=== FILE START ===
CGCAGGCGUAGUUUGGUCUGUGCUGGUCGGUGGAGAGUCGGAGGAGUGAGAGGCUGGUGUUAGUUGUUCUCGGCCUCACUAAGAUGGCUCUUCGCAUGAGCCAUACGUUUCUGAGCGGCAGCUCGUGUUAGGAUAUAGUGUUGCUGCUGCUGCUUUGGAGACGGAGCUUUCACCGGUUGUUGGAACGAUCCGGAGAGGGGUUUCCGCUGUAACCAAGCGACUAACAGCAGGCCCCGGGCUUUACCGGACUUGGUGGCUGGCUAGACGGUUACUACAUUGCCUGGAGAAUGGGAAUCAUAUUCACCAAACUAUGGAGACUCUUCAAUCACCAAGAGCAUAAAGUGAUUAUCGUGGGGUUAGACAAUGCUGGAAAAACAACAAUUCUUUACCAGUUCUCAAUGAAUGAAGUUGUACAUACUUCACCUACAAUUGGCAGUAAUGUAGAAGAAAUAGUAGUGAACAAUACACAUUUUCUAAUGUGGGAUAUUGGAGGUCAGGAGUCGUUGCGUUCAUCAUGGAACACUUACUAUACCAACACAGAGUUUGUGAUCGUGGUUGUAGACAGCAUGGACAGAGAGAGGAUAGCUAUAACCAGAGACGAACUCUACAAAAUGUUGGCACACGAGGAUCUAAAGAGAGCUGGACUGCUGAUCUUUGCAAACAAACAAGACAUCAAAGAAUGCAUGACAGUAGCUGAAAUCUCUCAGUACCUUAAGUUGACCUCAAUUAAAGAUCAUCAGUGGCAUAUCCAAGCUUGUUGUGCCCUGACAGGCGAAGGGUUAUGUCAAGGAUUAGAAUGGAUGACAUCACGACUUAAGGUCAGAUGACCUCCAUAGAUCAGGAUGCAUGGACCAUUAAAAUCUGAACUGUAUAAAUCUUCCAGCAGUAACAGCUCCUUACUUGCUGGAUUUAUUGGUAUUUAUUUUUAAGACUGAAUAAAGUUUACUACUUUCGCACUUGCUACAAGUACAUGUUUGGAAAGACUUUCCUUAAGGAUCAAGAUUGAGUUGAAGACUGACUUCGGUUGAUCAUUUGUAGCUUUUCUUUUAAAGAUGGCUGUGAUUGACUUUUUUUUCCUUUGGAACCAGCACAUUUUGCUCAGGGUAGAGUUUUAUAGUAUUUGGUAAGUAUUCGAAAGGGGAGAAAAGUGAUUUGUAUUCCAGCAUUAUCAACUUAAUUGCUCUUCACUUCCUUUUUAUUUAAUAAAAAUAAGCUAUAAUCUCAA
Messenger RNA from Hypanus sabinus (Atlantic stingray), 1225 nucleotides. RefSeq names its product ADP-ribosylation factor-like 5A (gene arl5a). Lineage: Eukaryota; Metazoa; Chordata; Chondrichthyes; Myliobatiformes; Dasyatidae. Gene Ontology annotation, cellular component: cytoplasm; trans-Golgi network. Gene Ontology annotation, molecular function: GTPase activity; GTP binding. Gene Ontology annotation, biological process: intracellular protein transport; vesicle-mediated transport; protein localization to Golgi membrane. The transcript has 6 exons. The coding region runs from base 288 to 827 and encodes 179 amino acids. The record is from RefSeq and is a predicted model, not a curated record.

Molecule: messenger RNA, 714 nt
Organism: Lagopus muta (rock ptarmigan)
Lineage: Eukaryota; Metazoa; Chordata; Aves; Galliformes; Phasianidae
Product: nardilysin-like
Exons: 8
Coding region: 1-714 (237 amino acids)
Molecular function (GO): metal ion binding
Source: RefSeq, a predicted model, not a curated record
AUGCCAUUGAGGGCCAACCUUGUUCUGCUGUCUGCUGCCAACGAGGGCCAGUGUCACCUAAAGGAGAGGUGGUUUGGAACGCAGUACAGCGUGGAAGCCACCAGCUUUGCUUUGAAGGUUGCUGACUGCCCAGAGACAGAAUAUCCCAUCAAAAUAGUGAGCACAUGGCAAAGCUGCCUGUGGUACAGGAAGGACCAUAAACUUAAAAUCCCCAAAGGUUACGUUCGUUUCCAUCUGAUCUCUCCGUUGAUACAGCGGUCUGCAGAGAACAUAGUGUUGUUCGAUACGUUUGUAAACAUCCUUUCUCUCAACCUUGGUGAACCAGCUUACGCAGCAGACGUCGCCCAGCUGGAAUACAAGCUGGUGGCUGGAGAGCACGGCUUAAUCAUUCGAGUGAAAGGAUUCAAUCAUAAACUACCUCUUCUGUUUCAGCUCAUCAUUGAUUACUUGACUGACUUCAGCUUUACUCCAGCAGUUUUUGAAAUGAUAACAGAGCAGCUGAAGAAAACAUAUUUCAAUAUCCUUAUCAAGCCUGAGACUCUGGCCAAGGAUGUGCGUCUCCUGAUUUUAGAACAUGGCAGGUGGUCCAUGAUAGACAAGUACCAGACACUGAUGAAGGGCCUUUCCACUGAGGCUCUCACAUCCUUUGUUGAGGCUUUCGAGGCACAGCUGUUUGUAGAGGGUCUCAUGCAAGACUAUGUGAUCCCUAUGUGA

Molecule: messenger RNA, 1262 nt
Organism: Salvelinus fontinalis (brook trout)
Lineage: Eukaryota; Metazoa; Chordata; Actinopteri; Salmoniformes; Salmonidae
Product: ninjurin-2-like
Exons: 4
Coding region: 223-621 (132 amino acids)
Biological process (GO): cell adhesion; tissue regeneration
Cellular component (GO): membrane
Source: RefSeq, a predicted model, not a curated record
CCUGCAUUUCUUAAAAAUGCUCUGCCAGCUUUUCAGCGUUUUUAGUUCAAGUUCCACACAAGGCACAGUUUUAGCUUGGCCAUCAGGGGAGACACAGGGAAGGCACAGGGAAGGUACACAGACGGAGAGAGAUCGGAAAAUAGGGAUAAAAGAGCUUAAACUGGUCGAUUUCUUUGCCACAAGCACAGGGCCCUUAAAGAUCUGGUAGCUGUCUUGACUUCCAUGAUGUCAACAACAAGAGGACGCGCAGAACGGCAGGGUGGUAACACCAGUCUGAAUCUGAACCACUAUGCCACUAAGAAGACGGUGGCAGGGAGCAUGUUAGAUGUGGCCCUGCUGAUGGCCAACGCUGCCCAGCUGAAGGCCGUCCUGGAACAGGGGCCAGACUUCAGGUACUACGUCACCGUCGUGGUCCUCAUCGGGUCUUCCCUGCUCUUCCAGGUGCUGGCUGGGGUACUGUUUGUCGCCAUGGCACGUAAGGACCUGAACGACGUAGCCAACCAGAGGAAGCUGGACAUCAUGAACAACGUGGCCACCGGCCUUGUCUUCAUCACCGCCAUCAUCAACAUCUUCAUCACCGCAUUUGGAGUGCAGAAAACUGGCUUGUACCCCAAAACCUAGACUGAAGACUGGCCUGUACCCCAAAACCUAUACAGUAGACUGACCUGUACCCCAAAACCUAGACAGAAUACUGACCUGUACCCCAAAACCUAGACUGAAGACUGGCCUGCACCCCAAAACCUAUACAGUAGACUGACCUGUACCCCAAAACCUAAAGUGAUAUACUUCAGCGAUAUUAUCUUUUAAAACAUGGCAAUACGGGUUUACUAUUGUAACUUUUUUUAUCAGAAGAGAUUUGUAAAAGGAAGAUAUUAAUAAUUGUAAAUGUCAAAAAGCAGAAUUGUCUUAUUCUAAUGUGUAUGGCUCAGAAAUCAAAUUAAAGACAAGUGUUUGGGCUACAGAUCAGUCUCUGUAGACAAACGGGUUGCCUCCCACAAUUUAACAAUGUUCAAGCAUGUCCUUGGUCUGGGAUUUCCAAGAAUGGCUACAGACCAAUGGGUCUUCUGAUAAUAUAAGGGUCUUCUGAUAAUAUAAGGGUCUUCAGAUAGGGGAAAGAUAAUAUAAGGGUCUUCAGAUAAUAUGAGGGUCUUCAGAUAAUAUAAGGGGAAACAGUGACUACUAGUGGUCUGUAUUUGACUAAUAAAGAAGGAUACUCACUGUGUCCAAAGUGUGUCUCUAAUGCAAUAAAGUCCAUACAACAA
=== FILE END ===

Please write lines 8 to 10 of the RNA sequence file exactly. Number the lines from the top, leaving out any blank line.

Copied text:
Coding region: 1-714 (237 amino acids)
Molecular function (GO): metal ion binding
Source: RefSeq, a predicted model, not a curated record